After setting sail from their funk-jazz roots for a few years, Soulive has re-invented their raw, danceable sound on Up Here. It’s appropriate that 2009 marks their first decade as a band, because it’s taken them a good portion of the last ten years to finally settle down and play some funk a la 1999. At its best, Soulive is the core trio of Alan and Neal Evans on drums and keys, respectively, and Eric Krasno on guitar. Of course, horns are always welcome, and they’re provided here by none other than Sam Kininger and Ryan Zoidis, who are longtime cohorts of the band. The element that always seems to trip up the flow of Soulive albums is the vocals, and that trait holds somewhat true on Up Here as well. Everything’s groovy as long as the band is doing their thing on pulsating tracks like “Hat Trick,” which is almost stereotypically funky, and the slow-burning “PJ’s.” Even the not-so-subtle nod to Sugarhill Gang’s “Jump On it” during the album-opening “Up Right” is kosher, as the band celebrates a return to form. But stumbles occur when singer Nigel Hall – the band’s new label mate and tour buddy – shamelessly cribs from James Brown on “Tonight” and “Too Much” and takes Andre 3000 far too seriously on a (still enjoyable) cover of “Prototype.” Still, Up Here is the most satisfying Soulive release in many years thanks to tracks like “The Swamp” and “For Granted.” Soulive hasn’t given up the forward-thinking mindset that they worked so hard to cultivate, but Up Here shows that even the most intrepid among us need to reflect on their raw genius occasionally.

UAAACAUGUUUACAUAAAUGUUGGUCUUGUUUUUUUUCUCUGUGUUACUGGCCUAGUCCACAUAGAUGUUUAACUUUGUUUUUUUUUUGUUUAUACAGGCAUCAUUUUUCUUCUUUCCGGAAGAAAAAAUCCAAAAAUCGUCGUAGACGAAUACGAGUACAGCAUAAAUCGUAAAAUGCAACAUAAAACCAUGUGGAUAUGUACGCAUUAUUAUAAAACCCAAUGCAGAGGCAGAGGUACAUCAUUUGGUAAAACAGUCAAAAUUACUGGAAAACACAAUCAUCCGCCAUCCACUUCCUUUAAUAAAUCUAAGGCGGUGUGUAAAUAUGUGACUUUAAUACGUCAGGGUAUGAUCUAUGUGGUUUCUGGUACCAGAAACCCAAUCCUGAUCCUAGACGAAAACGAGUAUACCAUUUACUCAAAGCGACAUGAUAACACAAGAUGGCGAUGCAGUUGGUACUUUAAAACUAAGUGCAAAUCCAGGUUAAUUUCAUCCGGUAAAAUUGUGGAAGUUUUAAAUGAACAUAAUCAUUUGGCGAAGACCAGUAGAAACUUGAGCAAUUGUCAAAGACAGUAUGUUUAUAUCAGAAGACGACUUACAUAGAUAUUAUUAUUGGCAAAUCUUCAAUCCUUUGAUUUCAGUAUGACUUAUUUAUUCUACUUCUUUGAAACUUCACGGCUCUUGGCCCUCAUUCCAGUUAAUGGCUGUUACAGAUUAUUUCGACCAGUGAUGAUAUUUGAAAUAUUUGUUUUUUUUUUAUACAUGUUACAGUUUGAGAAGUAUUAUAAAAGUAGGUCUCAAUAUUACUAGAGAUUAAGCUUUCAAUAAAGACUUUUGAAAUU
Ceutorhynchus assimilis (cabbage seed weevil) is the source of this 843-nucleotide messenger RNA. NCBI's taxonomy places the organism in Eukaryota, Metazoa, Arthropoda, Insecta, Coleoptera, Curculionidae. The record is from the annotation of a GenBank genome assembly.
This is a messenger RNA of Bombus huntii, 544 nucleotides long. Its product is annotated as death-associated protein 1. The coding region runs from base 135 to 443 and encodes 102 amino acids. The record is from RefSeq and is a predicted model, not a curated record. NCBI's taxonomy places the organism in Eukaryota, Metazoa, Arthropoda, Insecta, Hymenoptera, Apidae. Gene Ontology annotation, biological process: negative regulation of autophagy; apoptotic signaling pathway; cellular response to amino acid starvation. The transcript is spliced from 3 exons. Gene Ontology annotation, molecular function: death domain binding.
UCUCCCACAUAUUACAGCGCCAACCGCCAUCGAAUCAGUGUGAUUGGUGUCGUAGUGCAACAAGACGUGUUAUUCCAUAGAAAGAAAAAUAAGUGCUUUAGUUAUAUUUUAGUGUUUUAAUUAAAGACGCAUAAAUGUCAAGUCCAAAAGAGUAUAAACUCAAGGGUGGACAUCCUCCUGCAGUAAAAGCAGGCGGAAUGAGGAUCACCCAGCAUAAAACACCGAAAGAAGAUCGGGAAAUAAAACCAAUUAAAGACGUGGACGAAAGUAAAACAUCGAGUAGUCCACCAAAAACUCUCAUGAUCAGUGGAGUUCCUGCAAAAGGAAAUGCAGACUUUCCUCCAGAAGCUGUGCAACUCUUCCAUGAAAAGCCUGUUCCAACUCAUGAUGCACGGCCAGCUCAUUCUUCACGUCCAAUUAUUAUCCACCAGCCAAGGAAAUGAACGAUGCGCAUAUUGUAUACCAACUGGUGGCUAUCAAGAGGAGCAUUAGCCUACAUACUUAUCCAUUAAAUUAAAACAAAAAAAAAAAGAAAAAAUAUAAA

Rating: 7.9 out of 10